China announced a plan Wednesday to combat widespread pollution and leave a better environment for future generations, citing the need to stave off possible social instability.
The plan, approved by the State Council, or Cabinet, focuses on pollution controls and calls for the country to clean up heavily polluted regions and reverse degradation of water, air and land by 2010.
"The move is aimed at protecting the long-term interests of the Chinese nation and leaving a good living and development space for our offspring," according to an announcement published in state media on Wednesday.
The government has previously responded to environmental crises largely on a piecemeal basis. The plan announced Wednesday appears to be a broader strategy in keeping with the government's newly stated emphasis on seeking sustainable development after years of breakneck growth.
Giving teeth to the move, the plan calls for environmental quality to be considered in assessing the performance of local officials, until recently judged mainly on their success in promoting economic development.
Regional governments will be asked to set environmental targets and conduct regular evaluations, the announcement said.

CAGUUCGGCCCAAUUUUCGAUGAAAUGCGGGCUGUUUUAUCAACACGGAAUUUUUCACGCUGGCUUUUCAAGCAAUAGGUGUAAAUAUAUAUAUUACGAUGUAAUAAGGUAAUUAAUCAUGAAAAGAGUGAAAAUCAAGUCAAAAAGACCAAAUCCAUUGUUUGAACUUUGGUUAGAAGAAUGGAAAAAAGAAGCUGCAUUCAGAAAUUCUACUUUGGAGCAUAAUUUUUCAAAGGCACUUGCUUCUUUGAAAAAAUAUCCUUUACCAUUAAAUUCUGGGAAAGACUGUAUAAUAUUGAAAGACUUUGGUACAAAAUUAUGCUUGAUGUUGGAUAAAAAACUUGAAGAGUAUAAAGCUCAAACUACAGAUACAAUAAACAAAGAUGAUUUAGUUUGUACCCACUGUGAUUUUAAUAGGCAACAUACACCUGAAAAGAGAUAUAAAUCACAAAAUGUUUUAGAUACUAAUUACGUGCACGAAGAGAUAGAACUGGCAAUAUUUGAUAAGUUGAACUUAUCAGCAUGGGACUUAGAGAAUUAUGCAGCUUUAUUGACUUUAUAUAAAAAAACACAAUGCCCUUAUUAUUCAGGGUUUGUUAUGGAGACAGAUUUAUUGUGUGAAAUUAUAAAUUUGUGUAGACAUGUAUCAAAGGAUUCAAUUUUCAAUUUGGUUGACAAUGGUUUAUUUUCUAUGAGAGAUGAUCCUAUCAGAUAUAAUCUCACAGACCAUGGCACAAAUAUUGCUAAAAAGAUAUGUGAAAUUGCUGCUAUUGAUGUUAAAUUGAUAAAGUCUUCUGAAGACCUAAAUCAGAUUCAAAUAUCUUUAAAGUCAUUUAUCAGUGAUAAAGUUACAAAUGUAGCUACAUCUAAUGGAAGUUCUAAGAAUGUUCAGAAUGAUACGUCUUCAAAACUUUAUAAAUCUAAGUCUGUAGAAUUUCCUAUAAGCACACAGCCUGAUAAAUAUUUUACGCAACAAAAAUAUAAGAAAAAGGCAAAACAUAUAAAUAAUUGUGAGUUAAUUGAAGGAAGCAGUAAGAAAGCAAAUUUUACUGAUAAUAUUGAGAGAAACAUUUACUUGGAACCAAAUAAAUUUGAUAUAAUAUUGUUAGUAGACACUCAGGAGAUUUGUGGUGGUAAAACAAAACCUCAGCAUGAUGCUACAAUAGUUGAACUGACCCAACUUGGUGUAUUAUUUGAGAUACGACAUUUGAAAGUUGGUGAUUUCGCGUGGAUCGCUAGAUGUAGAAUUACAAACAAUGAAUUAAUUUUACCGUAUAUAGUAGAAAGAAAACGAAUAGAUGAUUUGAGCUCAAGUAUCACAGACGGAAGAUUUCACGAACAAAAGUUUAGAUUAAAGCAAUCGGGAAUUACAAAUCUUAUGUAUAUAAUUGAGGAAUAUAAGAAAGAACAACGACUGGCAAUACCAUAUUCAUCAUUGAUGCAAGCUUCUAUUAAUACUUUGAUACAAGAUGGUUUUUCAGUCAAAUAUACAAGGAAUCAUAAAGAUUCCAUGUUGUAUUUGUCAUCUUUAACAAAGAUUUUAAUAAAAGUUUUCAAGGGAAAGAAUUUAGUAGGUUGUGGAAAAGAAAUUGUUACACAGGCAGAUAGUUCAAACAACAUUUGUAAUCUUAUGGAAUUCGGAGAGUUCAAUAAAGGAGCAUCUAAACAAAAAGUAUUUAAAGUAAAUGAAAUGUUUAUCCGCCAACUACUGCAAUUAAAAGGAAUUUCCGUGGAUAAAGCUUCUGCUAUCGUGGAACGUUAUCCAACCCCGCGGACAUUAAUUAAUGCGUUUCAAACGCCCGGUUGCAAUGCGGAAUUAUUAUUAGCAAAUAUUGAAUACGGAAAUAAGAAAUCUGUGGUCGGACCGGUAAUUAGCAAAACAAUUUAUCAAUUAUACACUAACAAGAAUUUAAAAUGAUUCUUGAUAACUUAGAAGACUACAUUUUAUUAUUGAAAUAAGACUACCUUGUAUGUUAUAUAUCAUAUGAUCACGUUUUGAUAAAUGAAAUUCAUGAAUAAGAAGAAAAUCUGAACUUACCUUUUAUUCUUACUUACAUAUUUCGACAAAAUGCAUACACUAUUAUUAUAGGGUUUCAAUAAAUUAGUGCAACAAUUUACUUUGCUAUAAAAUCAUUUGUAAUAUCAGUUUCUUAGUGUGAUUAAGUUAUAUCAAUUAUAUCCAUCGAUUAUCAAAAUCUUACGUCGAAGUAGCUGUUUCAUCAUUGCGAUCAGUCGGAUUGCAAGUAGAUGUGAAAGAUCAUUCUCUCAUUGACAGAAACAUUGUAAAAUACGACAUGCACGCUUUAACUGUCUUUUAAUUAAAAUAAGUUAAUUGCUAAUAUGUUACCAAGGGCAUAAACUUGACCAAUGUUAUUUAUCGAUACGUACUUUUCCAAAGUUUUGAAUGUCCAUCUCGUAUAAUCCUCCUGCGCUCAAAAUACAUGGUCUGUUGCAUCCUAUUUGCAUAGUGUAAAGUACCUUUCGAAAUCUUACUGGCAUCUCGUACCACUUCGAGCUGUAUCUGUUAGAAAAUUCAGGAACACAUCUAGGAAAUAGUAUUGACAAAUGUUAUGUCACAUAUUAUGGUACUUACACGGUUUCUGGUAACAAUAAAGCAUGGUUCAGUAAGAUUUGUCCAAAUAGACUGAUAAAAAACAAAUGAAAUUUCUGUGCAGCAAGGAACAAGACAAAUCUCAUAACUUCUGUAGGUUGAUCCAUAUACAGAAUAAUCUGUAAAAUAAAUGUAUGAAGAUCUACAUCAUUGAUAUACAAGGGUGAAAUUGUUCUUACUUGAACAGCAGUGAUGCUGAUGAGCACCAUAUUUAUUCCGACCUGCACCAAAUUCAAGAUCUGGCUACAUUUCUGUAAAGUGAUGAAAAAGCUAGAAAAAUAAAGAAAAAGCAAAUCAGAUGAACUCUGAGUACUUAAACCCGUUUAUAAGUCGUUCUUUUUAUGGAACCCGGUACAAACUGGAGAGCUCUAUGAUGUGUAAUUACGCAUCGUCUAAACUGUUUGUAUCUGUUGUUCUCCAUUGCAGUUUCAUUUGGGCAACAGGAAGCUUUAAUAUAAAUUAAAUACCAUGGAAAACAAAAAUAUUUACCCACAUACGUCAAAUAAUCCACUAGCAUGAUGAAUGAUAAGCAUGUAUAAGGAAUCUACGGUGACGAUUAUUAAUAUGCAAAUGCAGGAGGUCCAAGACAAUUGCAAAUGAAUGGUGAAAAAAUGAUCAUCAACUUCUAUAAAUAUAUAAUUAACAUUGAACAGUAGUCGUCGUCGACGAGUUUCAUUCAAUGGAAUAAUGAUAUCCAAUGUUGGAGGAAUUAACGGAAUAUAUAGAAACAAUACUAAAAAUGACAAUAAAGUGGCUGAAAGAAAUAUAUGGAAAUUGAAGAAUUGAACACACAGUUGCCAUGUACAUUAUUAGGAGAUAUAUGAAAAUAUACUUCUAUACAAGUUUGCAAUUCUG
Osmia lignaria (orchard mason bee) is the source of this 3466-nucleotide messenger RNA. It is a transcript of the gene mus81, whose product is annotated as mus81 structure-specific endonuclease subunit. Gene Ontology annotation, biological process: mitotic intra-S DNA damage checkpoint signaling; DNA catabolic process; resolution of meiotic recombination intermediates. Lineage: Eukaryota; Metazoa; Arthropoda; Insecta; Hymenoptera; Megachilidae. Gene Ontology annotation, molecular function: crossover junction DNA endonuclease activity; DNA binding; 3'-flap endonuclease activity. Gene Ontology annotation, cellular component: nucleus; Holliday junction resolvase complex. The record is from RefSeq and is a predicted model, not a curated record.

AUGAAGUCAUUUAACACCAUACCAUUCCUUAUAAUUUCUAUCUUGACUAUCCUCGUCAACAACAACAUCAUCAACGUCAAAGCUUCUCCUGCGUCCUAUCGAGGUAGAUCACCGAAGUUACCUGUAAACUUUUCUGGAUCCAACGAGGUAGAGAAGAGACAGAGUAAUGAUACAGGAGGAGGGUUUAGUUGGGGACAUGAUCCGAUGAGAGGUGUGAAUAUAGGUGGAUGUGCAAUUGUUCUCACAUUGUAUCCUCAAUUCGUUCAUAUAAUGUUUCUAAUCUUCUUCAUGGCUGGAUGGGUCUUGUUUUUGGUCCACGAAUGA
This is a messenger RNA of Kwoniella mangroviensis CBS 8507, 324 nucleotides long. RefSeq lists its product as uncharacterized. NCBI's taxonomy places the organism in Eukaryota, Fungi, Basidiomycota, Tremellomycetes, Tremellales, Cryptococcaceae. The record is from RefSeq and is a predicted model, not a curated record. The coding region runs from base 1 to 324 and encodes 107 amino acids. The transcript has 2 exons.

"Leading officials and other relevant government officials will be punished for making wrong decisions that cause serious environmental accidents and for gravely obstructing environmental law enforcement," it said.
Government ministries have been ordered to adapt fiscal, tax, pricing, trade and technology policies to the new strategy, the announcement said.
The State Council said the plan was in part prompted by a toxic chemical spill along northeastern China's Songhua River in November that "stunned the nation and sounded an alarm about the country's worsening environment."
The environmental protection minister was dismissed following the disaster, which affected water supplies for millions of people living in both China and neighboring Russia.
Pollution, often linked to official corruption and incompetence, has also sparked a series of sometimes violent confrontations between authorities and rural residents, reports the AP.
To understand how China will act, one must understand the logic of China's development. This logic has always been almost the same, be it the Middle Ages, or modern times